It’s a great question to think about, and those always inspire me.
One of the big things I struggle with is professional distraction during my workdays. I try very hard not to get distracted, but often I’ll be reading financial news or someone’s self-improvement blog and then I’ll find myself going down a rabbit hole of links and information and sites and then an hour later I realize I’ve done very little. I’m trying to guard myself against that.
That’s where RescueTime is coming in handy for me right now. I’ve been using it to track my time and I’m frankly stunned how much of it is spent on what I view as unproductive sites and tools. I go through long periods where the only thing open is my writing tools, but then there are periods where I’m flashing from website to website, looking at social media, and so on and so forth. It’s those periods that I really want to concentrate on.
I honestly view RescueTime as being the equivalent of having a pocket notebook that keeps track of every dime that I spend, except that RescueTime is looking at my time use when I’m working. That, to me, is incredibly useful.
I’ve been using the “free” version of the tool – it’s one of those “freemium” things – but I’m strongly considering buying the full version of it because it’s been so useful thus far. I used it many years ago, but it had substantially fewer features and I don’t think I was quite ready mentally to be using the data it provides. Now? It’s invaluable to me.
10. Charles Wadsworth on parents and children
“By the time a man realizes that maybe his father was right, he usually has a son who thinks he’s wrong.” – Charles Wadsworth
I don’t know if that’s perfectly true, but I definitely understand Wadsworth’s sentiments here.
When I was in my late teen years – especially when I was in college – I found conversing with my parents to be very difficult. I had this overriding sense that they didn’t understand me and that anything I might want to talk about with them would be a futile effort, so when I visited home, I mostly just read books and didn’t say much.
Now that I’m older, it’s completely different. I now see that they have incredible amounts of wisdom to share with me, wisdom that they were sharing all through my life, even when I wasn’t really listening to it. I now call them quite often for advice on various things, not because they’ll perfectly understand every nuance, but because I know they’ve thought through situations like this before and I know that they’re going to give me their unvarnished opinion on what I should do and why they think so.
Even if it doesn’t match up perfectly with what I’m seeing, that advice is valuable. It’s one of the most valuable resources I have in my life, and it’s one that I wish I had the maturity to understand and appreciate when I was at earlier stages in my life.
I know quite well that my kids are going to go through the same growing cycles. They’re going to be experiencing so much of the world in the next decade or so of their lives and, in many ways, it will be hard for them to communicate that discovery with me.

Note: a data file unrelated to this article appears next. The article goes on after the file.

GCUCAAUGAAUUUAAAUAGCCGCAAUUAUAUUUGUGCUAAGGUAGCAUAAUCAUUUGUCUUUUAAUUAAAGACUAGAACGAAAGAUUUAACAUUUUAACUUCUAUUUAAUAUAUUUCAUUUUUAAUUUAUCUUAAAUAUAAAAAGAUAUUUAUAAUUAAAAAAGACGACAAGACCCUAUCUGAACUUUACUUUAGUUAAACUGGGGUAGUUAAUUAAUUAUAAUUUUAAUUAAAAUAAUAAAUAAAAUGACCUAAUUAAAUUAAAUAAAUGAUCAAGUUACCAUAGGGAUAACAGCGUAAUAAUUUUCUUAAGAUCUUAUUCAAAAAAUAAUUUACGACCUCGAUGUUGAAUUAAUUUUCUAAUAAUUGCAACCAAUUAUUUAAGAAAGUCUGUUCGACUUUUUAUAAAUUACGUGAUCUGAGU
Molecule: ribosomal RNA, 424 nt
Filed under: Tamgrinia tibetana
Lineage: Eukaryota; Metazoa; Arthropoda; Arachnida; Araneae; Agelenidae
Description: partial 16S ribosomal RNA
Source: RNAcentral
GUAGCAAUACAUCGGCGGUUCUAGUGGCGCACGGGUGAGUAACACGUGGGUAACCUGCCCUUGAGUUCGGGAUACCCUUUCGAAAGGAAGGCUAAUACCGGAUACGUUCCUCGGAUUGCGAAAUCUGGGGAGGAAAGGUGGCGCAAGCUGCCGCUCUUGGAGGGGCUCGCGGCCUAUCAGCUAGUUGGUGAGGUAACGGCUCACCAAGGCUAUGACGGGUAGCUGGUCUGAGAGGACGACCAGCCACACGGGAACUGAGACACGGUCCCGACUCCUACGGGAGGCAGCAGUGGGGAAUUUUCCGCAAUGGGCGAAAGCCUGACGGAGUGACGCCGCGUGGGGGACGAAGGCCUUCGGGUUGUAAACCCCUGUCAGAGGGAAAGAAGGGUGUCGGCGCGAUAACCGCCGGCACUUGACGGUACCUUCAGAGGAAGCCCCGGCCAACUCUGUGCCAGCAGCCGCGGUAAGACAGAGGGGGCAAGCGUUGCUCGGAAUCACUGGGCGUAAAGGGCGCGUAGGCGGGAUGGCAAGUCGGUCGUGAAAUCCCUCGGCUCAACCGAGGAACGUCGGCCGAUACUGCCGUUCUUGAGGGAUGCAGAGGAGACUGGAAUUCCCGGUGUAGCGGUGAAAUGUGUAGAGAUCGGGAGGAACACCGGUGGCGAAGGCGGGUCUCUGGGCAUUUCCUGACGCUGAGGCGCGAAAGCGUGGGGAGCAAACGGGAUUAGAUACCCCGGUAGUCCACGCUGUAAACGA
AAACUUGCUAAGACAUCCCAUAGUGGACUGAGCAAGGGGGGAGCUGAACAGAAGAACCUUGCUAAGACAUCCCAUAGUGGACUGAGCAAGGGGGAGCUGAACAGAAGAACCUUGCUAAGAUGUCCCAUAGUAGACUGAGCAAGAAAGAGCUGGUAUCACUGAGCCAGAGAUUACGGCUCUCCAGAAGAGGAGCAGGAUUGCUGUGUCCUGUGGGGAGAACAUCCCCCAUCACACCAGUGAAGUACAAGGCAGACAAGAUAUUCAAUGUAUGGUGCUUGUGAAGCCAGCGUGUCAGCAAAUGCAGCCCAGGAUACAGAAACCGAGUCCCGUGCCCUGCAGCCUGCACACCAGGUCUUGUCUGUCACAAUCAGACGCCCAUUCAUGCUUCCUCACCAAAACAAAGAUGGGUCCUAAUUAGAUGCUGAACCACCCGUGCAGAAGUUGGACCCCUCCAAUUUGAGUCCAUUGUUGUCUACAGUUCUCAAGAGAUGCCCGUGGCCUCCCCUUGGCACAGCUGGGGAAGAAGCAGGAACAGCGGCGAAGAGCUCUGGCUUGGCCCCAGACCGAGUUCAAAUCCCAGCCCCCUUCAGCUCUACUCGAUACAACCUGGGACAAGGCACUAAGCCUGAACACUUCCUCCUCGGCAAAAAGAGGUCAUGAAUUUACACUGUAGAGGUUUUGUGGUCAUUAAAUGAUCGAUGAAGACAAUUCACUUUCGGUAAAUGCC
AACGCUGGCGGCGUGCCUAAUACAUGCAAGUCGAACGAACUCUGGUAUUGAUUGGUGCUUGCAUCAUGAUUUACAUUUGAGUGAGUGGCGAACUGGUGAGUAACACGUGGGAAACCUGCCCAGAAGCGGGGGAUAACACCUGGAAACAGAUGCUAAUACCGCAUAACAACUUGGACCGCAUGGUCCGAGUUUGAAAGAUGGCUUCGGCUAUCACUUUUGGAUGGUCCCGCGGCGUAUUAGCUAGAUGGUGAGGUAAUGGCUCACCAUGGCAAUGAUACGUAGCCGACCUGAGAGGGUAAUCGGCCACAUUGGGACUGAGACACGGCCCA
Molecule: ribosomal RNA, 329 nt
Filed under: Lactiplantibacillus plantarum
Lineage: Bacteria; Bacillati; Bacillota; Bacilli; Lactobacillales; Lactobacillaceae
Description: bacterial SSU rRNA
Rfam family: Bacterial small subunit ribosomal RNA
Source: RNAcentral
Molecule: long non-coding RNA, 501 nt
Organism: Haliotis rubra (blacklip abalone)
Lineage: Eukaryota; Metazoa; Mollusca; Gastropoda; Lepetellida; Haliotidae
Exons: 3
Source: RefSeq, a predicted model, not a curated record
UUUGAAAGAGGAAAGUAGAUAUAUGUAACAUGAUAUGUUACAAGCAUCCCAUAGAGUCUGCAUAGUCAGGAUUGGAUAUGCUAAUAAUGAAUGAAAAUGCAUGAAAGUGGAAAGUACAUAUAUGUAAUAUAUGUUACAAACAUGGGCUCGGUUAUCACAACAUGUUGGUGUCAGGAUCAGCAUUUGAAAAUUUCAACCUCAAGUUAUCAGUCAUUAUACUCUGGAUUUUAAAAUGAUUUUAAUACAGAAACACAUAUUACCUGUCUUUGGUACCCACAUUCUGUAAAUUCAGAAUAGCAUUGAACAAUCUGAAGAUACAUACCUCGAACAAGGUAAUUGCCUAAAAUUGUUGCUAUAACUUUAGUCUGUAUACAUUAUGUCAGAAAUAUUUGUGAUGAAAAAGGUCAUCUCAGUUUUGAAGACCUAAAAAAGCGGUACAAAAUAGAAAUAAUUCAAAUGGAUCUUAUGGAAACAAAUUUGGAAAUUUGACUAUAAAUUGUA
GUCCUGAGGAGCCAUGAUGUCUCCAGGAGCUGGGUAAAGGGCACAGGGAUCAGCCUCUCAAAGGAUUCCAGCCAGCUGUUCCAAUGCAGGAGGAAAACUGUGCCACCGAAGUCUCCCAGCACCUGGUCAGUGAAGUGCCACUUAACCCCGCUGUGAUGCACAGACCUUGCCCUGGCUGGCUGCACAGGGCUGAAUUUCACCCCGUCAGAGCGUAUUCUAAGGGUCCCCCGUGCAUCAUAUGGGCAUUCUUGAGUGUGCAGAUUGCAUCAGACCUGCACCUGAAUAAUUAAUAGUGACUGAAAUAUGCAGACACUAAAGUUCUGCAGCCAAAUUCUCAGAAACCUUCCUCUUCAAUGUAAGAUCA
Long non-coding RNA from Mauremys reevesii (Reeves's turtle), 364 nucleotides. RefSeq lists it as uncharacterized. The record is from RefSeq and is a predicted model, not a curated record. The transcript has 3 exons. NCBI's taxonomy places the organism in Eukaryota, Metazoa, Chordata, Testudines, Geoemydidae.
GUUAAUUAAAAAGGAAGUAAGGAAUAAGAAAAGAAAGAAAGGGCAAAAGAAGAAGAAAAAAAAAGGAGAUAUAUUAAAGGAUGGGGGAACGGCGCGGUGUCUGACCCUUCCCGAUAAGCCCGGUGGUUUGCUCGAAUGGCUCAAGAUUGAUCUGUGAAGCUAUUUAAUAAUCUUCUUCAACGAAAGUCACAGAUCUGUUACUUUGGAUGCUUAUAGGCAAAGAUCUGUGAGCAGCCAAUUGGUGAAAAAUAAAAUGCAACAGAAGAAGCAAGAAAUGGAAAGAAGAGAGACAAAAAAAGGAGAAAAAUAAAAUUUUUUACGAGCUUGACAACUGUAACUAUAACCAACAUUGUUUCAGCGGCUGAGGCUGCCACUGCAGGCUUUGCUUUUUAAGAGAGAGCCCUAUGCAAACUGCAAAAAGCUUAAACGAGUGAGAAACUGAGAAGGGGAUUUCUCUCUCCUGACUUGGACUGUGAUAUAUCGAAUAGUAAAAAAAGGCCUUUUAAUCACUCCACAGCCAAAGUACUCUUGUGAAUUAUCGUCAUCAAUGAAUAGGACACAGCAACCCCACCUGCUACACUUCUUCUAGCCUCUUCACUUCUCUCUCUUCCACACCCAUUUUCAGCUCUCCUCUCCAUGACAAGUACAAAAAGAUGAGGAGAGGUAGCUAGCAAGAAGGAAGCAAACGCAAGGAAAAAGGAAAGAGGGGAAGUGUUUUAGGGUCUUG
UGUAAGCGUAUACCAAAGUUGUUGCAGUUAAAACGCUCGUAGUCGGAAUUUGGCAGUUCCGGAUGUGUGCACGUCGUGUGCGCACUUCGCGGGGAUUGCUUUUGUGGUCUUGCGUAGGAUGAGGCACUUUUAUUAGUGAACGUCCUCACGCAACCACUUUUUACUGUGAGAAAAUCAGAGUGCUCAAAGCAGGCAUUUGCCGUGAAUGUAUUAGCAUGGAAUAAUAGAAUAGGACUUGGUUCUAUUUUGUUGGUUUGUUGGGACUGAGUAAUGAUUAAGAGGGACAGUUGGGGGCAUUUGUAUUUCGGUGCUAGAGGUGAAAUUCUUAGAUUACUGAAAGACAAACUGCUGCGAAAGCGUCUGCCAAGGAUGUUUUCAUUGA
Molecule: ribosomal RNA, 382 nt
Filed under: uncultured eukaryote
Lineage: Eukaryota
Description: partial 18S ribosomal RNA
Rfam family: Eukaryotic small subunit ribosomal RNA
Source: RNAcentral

Our relationship is a strong one, though. I’m pretty confident they’ll come around. I actually look forward to being the “parent” in the parent/child relationship that I now have with my own parents. It just might take a while to get there.
11. Buena Vista Social Club – Chan Chan
The Buena Vista Social Club was a members-only club in Havana, Cuba back in the 1930s and 1940s. After the revolution in Cuba, social clubs like the BVSC were closed down and the musicians largely put down their instruments and found other avenues of work, only playing in their spare time. In the 1990s, however, Ry Cooder (an American guitarist and record producer) went to Havana to work on a music project and, in the process, found some of the people who used to play at those old social clubs, particularly a group of musicians that played at the original BVSC.
That group of older musicians recorded an album, entitled Buena Vista Social Club, and then later performed a few concerts which were recorded and released as a documentary also called Buena Vista Social Club. This is a video of one of the songs from this album, one that managed to stick its fingers into my heart in the 1990s and still resides there today.
Something about this song simultaneously feels very… passionate and loving while also being sad and haunting at the same time, like a song you would dance to with the love of your life and hold that person just a little bit closer without really knowing why. Amazing, amazing music.
12. Kurt Vonnegut on handling the hardness of the world
“Be soft. Do not let the world make you hard. Do not let pain make you hate. Do not let the bitterness steal your sweetness. Take pride that even though the rest of the world may disagree, you still believe it to be a beautiful place.” – Kurt Vonnegut
The world can be a hard place, but never forget you have the power to decide whether or not it hardens your own heart. You decide for yourself whether to see the ugly in the world or whether to see the beauty in the world. You decide, every day, whether you want to contribute to the ugliness or the beauty of it.
What do you choose?